If we consider the language in newspapers as ordinary, day-to-day language, what are the implications of our findings when we return to the academic use of the term? The most obvious consistency between the vernacular and academic use seems to be that populism is used broadly and pejoratively in both spheres. In academic literature at large a variety of often quite unrelated actors are labelled as 'populist' and the term is frequently used in a pejorative way as well. However, there is, as we noted above a specialist literature that uses the concept in a more defined, albeit diverse way (e.g. Ionescu and Gellner, 1969; Canovan, 1981, 1999; Betz, 1994; Taggart, 2000; Meny and Surel, 2002; Mudde, 2004, 2007; Panizza, 2005; Laclau, 2005; Rydgren, 2005; Abts and Rummens, 2007; Albertazzi and McDonnell, 2008; Barr, 2009).

But even if we assume that the concept is used in a more systematic way academically, the almost random use of the term in vernacular language still poses a problem. If we believe that the vernacular and academic use of concepts needs to be consistent in order for the concept to be meaningful, or at the very least to allow academics to nurture some hope that their work will impact, albeit indirectly, on a lay audience,8 we could conclude that we had better ban the term populism from our scholarly vocabulary altogether.

This does not appear to be the most sensible solution, however. The term has been coined and is used extensively in debates inside and outside academia and, as we contend, populism can surely be a meaningful concept to describe a political phenomenon that has enjoyed something of a resurgence in recent years, most notably in the shape of new political parties. In using the term, however, the least academics can do is to be conscious of the ambiguity of the term in the vernacular and to be careful in employing the concept in a more systematic way themselves.

We need to be clear that, although the term is thrown about with abandon, and, in terms of the vernacular we have demonstrated that its usage is almost random, there is clearly both a vernacular and academic purchase for the term. The reason that it is used so widely is not only that it is very variable but that it

resonates, in some way, with important concepts. We would therefore argue that populism has something meaningful to say about representative politics (Taggart, 2000) and democracy (Meny and Surel, 2002).

As regards scope for further research, it would obviously be interesting to investigate the use of populism in other countries' news media and to compare the results to the British case. Populism is a word with quite different connotations in different languages, it would therefore be interesting to see if the pejorative use of the term prevails in other languages as well and if the word is 'thrown around with abandon' in other countries to the same extent as is the case in the British print media.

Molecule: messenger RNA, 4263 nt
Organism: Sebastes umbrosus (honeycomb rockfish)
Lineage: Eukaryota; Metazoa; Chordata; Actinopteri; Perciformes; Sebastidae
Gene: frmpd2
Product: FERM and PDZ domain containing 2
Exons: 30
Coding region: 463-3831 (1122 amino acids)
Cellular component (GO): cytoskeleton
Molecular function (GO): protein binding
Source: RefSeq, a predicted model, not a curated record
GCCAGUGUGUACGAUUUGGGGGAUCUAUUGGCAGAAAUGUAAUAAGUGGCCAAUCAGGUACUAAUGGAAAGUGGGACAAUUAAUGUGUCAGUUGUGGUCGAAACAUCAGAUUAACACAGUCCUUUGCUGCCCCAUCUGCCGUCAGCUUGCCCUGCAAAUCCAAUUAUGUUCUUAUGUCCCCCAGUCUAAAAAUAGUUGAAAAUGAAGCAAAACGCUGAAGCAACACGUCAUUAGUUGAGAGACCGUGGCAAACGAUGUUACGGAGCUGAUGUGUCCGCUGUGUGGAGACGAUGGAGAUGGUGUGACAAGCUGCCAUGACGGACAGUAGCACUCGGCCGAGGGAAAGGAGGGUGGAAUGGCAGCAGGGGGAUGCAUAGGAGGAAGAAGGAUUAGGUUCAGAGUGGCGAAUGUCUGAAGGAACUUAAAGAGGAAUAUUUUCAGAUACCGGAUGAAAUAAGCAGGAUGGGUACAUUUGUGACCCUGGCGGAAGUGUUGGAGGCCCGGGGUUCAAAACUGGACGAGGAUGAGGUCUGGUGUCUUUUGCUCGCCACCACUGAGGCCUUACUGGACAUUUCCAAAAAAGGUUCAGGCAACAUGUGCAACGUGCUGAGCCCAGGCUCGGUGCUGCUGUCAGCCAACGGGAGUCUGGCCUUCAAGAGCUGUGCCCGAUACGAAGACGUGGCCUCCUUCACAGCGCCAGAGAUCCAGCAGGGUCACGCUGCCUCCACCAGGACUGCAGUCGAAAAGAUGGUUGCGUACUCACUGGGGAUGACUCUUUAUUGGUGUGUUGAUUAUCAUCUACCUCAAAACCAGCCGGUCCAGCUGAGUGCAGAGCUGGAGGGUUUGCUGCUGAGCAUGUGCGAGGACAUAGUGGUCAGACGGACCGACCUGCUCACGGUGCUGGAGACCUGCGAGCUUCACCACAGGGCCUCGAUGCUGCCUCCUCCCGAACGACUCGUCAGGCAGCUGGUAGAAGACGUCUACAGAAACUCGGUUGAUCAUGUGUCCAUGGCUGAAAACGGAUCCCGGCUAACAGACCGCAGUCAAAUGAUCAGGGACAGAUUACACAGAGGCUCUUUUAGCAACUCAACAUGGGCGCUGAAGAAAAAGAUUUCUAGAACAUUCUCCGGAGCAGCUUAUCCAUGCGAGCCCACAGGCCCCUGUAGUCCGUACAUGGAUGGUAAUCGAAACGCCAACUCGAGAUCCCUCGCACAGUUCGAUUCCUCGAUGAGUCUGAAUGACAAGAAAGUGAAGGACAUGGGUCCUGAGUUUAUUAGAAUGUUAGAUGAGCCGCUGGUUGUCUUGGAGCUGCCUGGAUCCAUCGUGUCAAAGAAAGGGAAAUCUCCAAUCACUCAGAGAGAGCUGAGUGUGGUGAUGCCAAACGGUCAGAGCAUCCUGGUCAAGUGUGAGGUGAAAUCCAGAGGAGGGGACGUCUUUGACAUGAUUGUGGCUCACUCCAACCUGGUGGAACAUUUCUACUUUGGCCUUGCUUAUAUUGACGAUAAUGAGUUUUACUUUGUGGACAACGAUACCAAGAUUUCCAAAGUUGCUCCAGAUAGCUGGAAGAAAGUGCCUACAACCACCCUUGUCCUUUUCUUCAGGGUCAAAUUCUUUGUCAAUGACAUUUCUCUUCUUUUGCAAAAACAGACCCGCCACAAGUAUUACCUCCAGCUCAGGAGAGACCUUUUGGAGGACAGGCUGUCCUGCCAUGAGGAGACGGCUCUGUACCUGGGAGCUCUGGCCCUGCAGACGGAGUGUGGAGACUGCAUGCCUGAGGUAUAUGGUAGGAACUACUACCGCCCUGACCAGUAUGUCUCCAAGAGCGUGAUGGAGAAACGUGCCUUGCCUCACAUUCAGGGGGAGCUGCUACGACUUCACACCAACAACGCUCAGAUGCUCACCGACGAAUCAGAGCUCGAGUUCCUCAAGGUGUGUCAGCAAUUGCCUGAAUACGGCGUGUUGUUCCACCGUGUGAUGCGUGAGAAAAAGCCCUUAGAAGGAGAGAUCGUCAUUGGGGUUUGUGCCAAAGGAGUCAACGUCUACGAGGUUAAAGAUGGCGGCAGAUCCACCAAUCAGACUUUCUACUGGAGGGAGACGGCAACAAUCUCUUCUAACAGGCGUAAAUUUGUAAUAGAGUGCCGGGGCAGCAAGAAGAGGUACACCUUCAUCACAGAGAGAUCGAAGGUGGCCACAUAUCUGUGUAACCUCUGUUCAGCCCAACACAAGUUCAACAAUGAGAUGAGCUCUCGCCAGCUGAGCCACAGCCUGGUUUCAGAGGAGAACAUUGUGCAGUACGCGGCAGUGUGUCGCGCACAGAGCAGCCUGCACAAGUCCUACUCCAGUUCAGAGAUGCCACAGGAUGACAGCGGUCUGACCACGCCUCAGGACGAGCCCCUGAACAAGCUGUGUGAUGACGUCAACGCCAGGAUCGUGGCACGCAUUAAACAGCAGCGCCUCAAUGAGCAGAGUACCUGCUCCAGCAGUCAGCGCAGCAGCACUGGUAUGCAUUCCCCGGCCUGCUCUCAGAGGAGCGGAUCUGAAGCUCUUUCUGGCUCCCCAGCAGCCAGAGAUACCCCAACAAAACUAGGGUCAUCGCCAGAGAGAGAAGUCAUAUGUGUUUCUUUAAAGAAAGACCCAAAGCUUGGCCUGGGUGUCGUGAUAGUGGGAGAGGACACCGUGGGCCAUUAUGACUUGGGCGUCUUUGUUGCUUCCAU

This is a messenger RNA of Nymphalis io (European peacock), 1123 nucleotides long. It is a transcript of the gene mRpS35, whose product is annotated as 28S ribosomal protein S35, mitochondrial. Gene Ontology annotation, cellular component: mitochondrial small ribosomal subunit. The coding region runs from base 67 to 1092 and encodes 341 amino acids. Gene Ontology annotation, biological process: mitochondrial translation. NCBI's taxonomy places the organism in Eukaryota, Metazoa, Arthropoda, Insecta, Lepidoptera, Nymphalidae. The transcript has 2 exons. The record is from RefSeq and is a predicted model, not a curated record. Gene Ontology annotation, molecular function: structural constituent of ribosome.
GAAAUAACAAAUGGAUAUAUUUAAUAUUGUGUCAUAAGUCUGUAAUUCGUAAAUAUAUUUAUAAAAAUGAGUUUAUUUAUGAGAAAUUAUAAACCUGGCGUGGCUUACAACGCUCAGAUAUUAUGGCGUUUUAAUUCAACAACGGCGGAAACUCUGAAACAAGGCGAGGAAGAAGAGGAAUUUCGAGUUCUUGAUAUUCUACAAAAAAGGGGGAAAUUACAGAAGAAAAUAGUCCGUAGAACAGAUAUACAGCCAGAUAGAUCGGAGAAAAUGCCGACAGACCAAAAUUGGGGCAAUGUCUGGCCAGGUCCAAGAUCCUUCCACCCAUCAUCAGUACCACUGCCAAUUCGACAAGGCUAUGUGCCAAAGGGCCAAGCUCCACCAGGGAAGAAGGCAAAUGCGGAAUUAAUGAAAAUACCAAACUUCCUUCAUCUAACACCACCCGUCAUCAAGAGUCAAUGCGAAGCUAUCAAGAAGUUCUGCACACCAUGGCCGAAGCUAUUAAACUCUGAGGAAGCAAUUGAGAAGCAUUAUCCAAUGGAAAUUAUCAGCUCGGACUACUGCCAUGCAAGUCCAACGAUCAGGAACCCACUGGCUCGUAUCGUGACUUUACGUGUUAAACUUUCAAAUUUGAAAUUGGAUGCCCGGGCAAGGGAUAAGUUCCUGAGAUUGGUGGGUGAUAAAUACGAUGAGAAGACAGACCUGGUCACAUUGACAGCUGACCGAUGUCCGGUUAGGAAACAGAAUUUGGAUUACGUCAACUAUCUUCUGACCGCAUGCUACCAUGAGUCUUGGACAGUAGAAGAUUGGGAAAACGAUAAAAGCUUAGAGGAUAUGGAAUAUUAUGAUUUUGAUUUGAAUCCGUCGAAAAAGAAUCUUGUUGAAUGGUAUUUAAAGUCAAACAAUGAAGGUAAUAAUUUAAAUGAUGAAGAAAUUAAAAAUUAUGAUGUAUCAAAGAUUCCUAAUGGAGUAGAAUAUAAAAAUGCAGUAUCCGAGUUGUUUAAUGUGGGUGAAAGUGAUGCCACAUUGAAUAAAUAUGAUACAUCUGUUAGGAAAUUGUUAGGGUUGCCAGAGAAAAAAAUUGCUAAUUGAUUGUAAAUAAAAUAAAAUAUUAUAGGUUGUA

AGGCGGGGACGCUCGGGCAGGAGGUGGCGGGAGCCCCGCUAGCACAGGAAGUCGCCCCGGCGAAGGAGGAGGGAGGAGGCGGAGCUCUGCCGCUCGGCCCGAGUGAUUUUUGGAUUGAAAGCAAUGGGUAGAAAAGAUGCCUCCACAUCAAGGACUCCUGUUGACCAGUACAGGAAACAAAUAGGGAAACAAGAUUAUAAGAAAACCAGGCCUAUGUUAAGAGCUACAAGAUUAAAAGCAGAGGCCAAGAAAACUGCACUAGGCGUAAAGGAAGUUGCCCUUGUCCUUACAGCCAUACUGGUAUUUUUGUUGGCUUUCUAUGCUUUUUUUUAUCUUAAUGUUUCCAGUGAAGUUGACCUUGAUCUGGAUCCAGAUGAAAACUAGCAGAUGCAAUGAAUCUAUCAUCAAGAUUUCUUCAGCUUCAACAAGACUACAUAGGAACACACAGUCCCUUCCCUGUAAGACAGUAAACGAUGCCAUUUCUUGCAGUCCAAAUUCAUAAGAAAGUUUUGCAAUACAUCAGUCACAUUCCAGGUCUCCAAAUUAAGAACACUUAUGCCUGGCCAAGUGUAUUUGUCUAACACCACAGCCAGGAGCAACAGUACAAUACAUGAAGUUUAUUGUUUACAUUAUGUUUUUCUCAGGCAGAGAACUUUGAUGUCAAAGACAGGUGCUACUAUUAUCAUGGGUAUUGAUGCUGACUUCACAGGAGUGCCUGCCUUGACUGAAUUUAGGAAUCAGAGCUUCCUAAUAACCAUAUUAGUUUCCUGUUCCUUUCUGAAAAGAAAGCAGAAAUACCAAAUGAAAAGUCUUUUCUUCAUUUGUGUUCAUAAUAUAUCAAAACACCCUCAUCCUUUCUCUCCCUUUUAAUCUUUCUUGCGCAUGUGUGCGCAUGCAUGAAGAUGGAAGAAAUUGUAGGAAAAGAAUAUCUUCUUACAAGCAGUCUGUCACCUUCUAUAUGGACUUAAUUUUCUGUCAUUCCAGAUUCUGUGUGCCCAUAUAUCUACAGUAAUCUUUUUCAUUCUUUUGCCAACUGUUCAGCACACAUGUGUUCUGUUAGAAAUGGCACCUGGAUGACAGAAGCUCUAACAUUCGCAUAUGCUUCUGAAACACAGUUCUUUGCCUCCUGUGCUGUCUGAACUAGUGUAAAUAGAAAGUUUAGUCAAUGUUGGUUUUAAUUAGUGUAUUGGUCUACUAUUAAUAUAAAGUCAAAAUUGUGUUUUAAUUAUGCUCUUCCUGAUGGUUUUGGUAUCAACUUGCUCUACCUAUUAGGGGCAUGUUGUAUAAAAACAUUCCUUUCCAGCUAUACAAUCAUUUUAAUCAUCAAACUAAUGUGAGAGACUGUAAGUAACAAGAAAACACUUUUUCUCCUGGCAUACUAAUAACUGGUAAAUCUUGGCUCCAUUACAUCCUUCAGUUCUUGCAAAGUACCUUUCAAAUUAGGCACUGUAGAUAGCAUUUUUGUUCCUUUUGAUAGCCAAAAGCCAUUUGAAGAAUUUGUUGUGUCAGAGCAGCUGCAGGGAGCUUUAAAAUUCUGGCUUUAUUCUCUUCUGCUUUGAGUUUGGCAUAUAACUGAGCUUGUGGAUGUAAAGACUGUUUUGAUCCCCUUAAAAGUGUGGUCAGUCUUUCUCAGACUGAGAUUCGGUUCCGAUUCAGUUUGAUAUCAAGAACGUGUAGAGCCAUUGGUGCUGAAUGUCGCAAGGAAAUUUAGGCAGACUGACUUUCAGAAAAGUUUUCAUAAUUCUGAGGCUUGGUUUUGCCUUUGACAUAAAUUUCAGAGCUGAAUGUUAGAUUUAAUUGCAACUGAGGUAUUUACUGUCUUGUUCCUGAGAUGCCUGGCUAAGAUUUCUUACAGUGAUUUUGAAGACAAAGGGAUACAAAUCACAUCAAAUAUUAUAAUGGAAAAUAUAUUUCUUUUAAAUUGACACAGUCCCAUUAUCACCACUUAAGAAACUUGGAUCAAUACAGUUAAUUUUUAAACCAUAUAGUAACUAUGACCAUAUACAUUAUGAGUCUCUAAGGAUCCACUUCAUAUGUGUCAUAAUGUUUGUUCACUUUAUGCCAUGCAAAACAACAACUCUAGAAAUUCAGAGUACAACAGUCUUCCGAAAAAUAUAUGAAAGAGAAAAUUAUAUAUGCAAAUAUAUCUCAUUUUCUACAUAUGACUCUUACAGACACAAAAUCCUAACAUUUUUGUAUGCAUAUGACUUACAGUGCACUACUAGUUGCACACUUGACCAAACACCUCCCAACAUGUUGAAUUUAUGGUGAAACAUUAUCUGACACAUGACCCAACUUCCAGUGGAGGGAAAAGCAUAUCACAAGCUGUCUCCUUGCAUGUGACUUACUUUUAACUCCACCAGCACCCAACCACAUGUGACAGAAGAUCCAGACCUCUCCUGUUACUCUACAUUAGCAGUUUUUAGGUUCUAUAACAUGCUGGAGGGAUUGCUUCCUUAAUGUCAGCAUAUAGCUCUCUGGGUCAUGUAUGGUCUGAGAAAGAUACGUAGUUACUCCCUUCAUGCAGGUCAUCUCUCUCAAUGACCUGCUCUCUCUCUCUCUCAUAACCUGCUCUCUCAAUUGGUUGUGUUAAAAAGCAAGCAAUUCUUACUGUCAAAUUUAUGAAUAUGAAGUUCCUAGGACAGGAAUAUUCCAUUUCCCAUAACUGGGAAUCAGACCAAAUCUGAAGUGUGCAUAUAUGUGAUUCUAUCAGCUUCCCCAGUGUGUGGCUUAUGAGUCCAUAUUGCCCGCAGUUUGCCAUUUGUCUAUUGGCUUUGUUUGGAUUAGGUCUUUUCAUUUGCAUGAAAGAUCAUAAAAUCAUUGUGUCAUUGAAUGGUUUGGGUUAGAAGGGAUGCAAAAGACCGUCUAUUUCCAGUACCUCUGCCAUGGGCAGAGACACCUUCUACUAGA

About the Authors

Tim Bale teaches British and comparative politics at the University of Sussex, specialising in political parties, both left and right. He is the author of European Politics: a Comparative Introduction (Palgrave, 2008) and, most recently, The Conservative Party from Thatcher to Cameron (Polity, 2010). He also edited Immigration and Integration Policy in Europe (Routledge, 2008). Current projects include the links between parties and interest groups and public attitudes towards political participation.

Stijn van Kessel is DPhil candidate and associate tutor in the department of Politics and Contemporary European Studies, University of Sussex. His doctoral research focuses on the concept of populism and the electoral performance of populist political parties in a comparative perspective. In addition, he is involved in projects on the state of representative democracy in the Netherlands. He teaches various undergraduate courses in political science and political theory.

Paul Taggart is Professor of Politics, and Head of Department at the University of Sussex, author of The New Populism and the New Politics, Populism, co-editor of Opposing Europe (two volumes), and EU Enlargement and Referendums, co-editor of the journal Government and Opposition and co-convenor of the European Parties Elections and Referendums Network (EPERN).


The authors would like to thank Carlo Ruzza, Jens Rydgren, Stefan Rummens and the anonymous reviewers for their valuable comments and suggestions.

1 But see Mudde and Rovira Kaltwasser (forthcoming).

2 Using a concept coined by Michael Freeden (1998), authors perceiving populism as a 'thin' or 'thin-centred' ideology, basically argue that populism in itself does not provide an all encompassing framework of how society should function. As a result, parts of existing, more rooted ideologies can and should be added to the populist core.

3 With regard to the section in which the articles appeared and the person using the term only the articles in the second period (July-September 2008) were coded.

4 The codebook and database of observations is available from the authors upon request.

5 The remainder of this article will nevertheless use the terms 'populist' and 'populism' interchangeably.

6 A reviewer, for instance, describes Scott McKenzie's classic song San Francisco as a 'drippy piece of populist fakery [which] sold the hippie idyll to the masses' (Observer, 13 July 2008, p. 8).

7 Interestingly, in our sample The Mail is the only UK paper to provide a definition of 'populism' in an article answering readers queries and explaining Wizard of Oz as 'coded political satire': 'Populism is a Left-wing political doctrine that proposes that the rights and powers of ordinary people are exploited by a privileged elite, and it supports their struggle to overcome this'. (Daily Mail, 2 September 2008).

8 Which is an aspiration that needs to be fulfilled if, in Britain at least, academics are to score well in government-run research evaluations that drive university funding (see Collini, 2009).